While I had a soft spot for Lęk’s first release Sweven a few years ago (time flies, it was back in 2014) it didn’t achieve enough across its 40 minute span to raise itself clearly enough above the pack. This time round we’ve seen a big improvement. Lęk has not dropped a shred of their dungeon-strength black metal production, with treble turned up to the max. But they have begun to spread their wings as far, as influences go, leaving behind the two dimensional Norwegian-Swedish axis sound that helped them through the first outing. Yes, some of those basic influences are still there but Lęk have replaced that typically windswept sound with something that uses those mournful riffs more wisely, even releasing a bit outright melody now and again and varies pace to magnificent effect. There’s a clear nod to Mgla here bringing Lęk closer to their Polish homeland than on their first release. The overall effect is one that oozes melancholy with an added, sinister gothic edge that makes it almost hard to imagine this is the same band.

The album kicks off with an above par organ sound intro, fairly standard, but there’s already a discernible edge to the sound even at that early stage. The first track proper barges in, breaking the reverie, even though it’s tempting to say I’d have been happy with a few more minutes with just me and the church pipes. The pitch and sheer intensity of the riff that stabs the silence is striking in itself, but then so many black metal bands make a good first impression. However, as the end of first track Absencja ducha nears, Lęk is already weaving its dark spell. The swirling riffs and haunting melody that overlays them is an exemplary lesson in hypnotic black metal. But Lęk doesn’t rest on its laurels, taking things down a notch or two with the second track Spiritual Satanism – a doomy ode to you-know-who. By comparison, following track As Leaves has positively got a spring in its step while at the same time losing none of the ominous flavours that Shadows of Black Souls is busily cooking up. And the best is still to come – the title track included, which conjures up that other recently maturing force of black metal Fortresse as it splices riffs together at high speed while letting loose the drummer to dabble in patterns that are enough to leave your head spinning all on their own.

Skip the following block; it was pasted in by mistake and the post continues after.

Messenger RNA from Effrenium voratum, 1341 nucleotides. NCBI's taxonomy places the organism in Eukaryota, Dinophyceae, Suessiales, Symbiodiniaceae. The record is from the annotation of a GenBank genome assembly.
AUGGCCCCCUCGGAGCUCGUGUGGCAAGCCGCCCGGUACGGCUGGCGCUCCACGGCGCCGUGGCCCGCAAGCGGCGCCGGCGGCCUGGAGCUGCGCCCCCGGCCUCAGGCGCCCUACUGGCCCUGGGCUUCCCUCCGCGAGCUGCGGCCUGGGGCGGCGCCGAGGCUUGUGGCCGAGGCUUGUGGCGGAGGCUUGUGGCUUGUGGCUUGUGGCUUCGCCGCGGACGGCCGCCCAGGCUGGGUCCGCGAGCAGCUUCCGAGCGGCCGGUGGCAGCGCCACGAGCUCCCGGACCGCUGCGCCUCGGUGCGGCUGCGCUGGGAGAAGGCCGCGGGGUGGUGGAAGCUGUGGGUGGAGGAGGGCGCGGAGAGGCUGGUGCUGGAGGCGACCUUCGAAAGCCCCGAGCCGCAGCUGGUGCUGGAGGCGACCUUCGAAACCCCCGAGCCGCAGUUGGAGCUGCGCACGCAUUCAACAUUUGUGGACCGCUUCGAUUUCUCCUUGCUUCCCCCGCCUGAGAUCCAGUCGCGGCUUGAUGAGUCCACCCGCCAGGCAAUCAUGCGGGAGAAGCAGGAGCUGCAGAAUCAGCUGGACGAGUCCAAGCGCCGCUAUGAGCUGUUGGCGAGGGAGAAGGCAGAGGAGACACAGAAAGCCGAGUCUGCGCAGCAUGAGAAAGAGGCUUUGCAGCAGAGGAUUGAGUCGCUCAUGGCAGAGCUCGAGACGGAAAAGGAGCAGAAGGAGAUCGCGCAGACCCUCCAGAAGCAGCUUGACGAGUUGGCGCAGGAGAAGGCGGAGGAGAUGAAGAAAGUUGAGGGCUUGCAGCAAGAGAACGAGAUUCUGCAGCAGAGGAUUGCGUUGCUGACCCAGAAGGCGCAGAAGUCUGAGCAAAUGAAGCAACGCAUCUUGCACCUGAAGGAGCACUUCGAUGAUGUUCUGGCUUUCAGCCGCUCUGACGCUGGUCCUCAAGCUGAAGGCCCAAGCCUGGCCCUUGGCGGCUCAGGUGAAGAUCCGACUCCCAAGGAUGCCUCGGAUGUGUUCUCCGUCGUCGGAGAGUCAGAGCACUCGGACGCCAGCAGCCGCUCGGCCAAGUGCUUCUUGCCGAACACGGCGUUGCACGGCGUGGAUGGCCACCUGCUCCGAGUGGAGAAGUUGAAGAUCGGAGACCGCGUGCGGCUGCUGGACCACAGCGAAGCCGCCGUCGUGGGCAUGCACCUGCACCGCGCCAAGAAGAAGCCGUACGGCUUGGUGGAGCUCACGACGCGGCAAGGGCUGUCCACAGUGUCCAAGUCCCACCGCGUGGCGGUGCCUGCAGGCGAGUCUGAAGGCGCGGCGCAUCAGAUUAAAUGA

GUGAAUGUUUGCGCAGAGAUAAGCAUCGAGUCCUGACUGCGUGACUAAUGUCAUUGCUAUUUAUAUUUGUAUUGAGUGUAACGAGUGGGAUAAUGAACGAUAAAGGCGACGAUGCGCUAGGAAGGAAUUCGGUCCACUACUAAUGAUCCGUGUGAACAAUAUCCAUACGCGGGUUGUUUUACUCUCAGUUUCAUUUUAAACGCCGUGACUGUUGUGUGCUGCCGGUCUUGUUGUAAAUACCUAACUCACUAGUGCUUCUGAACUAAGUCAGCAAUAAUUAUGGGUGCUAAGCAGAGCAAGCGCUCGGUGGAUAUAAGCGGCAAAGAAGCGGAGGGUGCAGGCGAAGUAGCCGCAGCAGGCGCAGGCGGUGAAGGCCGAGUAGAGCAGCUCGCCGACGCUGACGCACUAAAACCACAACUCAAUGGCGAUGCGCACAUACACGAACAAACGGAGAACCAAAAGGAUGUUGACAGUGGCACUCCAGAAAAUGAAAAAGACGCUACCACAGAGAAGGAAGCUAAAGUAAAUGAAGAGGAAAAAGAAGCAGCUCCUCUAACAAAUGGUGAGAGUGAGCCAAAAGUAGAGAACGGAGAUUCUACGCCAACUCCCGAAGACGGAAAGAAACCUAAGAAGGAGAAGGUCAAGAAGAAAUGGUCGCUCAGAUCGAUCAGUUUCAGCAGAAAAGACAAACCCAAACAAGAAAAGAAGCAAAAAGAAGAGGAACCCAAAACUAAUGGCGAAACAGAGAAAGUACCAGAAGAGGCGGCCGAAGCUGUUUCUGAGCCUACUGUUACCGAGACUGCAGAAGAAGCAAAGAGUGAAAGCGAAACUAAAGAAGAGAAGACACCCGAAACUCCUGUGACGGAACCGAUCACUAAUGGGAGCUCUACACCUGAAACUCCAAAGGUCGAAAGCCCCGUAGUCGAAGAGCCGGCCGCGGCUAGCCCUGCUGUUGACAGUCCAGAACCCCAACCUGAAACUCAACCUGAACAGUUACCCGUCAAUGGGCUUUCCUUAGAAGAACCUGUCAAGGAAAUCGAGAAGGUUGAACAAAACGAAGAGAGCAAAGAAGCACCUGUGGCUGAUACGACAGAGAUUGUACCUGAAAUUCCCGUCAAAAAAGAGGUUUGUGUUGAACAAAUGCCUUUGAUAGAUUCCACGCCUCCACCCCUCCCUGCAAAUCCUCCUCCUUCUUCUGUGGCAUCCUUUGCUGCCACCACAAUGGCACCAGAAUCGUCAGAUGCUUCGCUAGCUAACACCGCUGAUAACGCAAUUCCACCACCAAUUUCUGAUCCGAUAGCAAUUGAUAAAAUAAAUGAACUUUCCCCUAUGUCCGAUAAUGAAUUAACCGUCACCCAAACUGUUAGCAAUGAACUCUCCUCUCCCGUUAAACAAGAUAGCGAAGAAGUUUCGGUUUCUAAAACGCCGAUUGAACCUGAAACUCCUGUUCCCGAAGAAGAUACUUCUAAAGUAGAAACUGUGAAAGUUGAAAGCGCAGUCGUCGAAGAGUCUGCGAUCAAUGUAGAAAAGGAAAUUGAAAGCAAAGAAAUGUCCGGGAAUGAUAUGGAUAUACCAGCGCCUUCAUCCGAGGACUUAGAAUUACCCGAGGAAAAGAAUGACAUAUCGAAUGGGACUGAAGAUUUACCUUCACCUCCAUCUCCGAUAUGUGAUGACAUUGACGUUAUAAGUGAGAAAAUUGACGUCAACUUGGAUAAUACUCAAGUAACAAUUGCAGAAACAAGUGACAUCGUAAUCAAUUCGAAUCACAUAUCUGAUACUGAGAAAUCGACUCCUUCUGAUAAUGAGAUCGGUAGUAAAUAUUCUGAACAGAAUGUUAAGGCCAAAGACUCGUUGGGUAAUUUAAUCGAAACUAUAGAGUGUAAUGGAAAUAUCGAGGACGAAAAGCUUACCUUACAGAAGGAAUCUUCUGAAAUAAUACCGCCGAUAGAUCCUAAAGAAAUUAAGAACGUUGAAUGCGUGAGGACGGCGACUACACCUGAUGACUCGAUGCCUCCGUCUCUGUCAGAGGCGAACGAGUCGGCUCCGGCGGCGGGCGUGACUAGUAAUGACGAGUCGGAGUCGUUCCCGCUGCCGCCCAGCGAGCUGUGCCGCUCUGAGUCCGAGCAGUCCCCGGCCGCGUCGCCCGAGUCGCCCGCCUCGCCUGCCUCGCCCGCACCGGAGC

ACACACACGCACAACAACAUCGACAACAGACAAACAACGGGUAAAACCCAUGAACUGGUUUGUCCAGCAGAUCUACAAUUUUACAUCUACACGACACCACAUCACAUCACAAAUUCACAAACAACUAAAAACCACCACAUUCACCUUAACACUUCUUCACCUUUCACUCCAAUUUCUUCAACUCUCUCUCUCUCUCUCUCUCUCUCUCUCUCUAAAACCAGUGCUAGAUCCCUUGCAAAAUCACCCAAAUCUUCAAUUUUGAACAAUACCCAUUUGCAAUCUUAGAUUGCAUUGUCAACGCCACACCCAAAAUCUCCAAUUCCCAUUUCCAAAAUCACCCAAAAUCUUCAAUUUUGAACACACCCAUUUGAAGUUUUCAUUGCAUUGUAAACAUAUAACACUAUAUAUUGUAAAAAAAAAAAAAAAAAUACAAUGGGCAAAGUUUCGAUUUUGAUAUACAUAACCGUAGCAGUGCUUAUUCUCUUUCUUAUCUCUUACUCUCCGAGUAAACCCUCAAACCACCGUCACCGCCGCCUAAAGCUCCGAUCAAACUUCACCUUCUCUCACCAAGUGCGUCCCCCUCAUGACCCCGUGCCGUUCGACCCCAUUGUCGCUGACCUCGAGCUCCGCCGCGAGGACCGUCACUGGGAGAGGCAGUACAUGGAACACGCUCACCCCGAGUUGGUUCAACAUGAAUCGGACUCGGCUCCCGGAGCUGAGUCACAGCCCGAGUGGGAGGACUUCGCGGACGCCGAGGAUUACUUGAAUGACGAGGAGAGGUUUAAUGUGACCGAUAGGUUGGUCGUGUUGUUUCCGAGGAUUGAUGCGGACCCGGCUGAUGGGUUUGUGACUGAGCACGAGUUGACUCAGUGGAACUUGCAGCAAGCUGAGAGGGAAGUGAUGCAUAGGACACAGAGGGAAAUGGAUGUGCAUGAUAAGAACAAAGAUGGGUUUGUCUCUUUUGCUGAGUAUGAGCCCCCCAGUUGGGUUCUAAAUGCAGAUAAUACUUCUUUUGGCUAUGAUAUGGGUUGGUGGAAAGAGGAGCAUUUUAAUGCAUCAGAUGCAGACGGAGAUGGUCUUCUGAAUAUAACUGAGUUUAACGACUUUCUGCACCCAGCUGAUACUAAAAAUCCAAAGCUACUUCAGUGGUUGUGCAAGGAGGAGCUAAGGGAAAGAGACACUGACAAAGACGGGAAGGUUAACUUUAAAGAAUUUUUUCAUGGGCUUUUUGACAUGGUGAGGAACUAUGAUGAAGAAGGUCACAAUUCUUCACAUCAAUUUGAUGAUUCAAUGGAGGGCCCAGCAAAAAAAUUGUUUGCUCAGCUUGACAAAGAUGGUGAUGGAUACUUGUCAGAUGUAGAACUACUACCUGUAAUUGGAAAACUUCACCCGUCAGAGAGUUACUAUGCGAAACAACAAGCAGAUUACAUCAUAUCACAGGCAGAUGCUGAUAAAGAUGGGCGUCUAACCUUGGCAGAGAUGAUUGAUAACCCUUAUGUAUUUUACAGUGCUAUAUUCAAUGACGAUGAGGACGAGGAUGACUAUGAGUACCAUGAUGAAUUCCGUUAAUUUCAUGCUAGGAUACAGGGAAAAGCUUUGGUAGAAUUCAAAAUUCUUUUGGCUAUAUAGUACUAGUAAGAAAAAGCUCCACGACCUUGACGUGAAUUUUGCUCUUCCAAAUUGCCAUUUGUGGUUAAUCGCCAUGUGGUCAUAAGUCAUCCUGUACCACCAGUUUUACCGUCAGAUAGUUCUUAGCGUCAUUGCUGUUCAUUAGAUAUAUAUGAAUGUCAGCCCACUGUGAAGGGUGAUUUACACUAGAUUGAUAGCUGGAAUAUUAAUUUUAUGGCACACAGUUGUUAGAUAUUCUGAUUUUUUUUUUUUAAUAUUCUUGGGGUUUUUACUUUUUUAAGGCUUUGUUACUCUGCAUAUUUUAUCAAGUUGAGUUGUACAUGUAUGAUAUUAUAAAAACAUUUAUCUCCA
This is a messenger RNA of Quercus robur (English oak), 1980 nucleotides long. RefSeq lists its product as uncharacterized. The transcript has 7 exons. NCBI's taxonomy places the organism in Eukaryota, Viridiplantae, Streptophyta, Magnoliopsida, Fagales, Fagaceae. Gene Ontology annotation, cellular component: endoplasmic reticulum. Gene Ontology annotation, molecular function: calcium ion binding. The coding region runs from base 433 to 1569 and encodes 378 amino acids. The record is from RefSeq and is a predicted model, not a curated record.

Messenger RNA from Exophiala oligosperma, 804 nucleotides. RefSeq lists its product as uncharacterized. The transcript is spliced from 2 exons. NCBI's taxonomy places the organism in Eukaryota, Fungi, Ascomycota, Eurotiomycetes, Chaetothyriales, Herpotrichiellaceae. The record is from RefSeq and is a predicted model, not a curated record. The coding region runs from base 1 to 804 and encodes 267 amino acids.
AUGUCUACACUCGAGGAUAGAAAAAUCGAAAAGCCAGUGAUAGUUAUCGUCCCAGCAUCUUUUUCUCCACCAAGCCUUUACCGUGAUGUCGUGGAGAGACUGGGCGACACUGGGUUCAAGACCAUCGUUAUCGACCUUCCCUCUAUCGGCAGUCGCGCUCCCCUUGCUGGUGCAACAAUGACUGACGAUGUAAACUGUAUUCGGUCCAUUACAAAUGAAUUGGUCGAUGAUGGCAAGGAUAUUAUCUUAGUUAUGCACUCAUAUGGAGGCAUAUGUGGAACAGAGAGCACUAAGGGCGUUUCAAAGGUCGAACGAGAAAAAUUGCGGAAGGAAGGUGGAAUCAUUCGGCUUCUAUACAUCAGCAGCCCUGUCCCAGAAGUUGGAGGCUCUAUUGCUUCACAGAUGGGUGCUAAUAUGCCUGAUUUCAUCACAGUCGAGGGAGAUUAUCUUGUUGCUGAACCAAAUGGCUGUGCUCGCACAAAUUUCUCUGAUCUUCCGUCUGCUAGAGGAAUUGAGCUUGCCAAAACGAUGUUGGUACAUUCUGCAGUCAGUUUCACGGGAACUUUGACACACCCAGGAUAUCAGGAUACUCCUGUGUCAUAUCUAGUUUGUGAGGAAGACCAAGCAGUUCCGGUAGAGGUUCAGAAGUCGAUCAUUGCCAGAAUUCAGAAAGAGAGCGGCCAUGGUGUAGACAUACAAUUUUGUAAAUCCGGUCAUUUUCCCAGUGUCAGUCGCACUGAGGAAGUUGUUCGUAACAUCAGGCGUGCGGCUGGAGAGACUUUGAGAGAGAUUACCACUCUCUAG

Whereas there were clearly times on their debut when Lęk dropped the ball, there is no such issue here. Even on relatively straightforward tracks like Nostalgia the band exhibits a knack for delicate hooks that reminded me of masters of the art like Kampfar. The signs of something special were already glowing in the darkness of Lęk’s sound on Sweven – even though so many bands exhibit such promise and never turn the spark into a blaze. Not so with Shadows of Black Souls. Repeated listens only serve to seal the verdict that the band hasn’t just spread its dark leathery wings, but is effortlessly taking flight. An excellent album and a band that should have no problems muscling in alongside the upper echelons of Polish black metal if it keeps up this trajectory.

(8.5/10 Reverend Darkstanley)